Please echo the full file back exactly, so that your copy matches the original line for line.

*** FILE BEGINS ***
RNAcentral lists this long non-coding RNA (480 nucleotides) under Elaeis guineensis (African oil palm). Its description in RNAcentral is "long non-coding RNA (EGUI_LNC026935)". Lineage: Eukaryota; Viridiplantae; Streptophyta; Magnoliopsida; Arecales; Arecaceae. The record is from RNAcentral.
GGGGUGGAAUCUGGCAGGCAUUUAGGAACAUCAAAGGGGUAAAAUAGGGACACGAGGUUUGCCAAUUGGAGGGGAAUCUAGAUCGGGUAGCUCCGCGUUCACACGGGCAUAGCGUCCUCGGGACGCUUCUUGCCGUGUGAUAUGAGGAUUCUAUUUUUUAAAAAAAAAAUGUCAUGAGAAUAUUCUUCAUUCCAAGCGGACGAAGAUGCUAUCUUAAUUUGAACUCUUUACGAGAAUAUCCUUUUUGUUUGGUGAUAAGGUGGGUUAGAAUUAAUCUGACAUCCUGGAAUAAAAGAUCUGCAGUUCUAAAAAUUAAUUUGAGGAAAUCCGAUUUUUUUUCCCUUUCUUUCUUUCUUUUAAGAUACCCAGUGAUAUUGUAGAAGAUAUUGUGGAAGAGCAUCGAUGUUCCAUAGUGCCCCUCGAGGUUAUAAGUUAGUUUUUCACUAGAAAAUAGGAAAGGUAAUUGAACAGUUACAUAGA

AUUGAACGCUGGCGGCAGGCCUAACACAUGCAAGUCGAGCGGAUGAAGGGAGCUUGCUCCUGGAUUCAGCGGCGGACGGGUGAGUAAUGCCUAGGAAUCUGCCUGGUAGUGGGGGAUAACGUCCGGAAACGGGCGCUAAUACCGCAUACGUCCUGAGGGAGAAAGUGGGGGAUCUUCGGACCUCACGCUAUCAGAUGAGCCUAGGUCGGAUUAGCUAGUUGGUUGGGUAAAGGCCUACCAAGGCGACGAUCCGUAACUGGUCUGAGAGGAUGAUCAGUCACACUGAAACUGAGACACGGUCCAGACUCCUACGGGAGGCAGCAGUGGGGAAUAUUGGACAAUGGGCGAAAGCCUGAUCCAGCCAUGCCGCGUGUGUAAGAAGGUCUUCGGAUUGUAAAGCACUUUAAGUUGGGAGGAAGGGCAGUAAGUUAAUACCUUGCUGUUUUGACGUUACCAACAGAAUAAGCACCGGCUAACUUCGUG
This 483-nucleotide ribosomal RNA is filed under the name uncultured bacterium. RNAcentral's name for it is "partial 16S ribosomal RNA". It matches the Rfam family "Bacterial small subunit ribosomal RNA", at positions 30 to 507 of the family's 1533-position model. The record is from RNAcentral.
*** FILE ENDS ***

RNAcentral lists this long non-coding RNA (480 nucleotides) under Elaeis guineensis (African oil palm). Its description in RNAcentral is "long non-coding RNA (EGUI_LNC026935)". Lineage: Eukaryota; Viridiplantae; Streptophyta; Magnoliopsida; Arecales; Arecaceae. The record is from RNAcentral.
GGGGUGGAAUCUGGCAGGCAUUUAGGAACAUCAAAGGGGUAAAAUAGGGACACGAGGUUUGCCAAUUGGAGGGGAAUCUAGAUCGGGUAGCUCCGCGUUCACACGGGCAUAGCGUCCUCGGGACGCUUCUUGCCGUGUGAUAUGAGGAUUCUAUUUUUUAAAAAAAAAAUGUCAUGAGAAUAUUCUUCAUUCCAAGCGGACGAAGAUGCUAUCUUAAUUUGAACUCUUUACGAGAAUAUCCUUUUUGUUUGGUGAUAAGGUGGGUUAGAAUUAAUCUGACAUCCUGGAAUAAAAGAUCUGCAGUUCUAAAAAUUAAUUUGAGGAAAUCCGAUUUUUUUUCCCUUUCUUUCUUUCUUUUAAGAUACCCAGUGAUAUUGUAGAAGAUAUUGUGGAAGAGCAUCGAUGUUCCAUAGUGCCCCUCGAGGUUAUAAGUUAGUUUUUCACUAGAAAAUAGGAAAGGUAAUUGAACAGUUACAUAGA

AUUGAACGCUGGCGGCAGGCCUAACACAUGCAAGUCGAGCGGAUGAAGGGAGCUUGCUCCUGGAUUCAGCGGCGGACGGGUGAGUAAUGCCUAGGAAUCUGCCUGGUAGUGGGGGAUAACGUCCGGAAACGGGCGCUAAUACCGCAUACGUCCUGAGGGAGAAAGUGGGGGAUCUUCGGACCUCACGCUAUCAGAUGAGCCUAGGUCGGAUUAGCUAGUUGGUUGGGUAAAGGCCUACCAAGGCGACGAUCCGUAACUGGUCUGAGAGGAUGAUCAGUCACACUGAAACUGAGACACGGUCCAGACUCCUACGGGAGGCAGCAGUGGGGAAUAUUGGACAAUGGGCGAAAGCCUGAUCCAGCCAUGCCGCGUGUGUAAGAAGGUCUUCGGAUUGUAAAGCACUUUAAGUUGGGAGGAAGGGCAGUAAGUUAAUACCUUGCUGUUUUGACGUUACCAACAGAAUAAGCACCGGCUAACUUCGUG
This 483-nucleotide ribosomal RNA is filed under the name uncultured bacterium. RNAcentral's name for it is "partial 16S ribosomal RNA". It matches the Rfam family "Bacterial small subunit ribosomal RNA", at positions 30 to 507 of the family's 1533-position model. The record is from RNAcentral.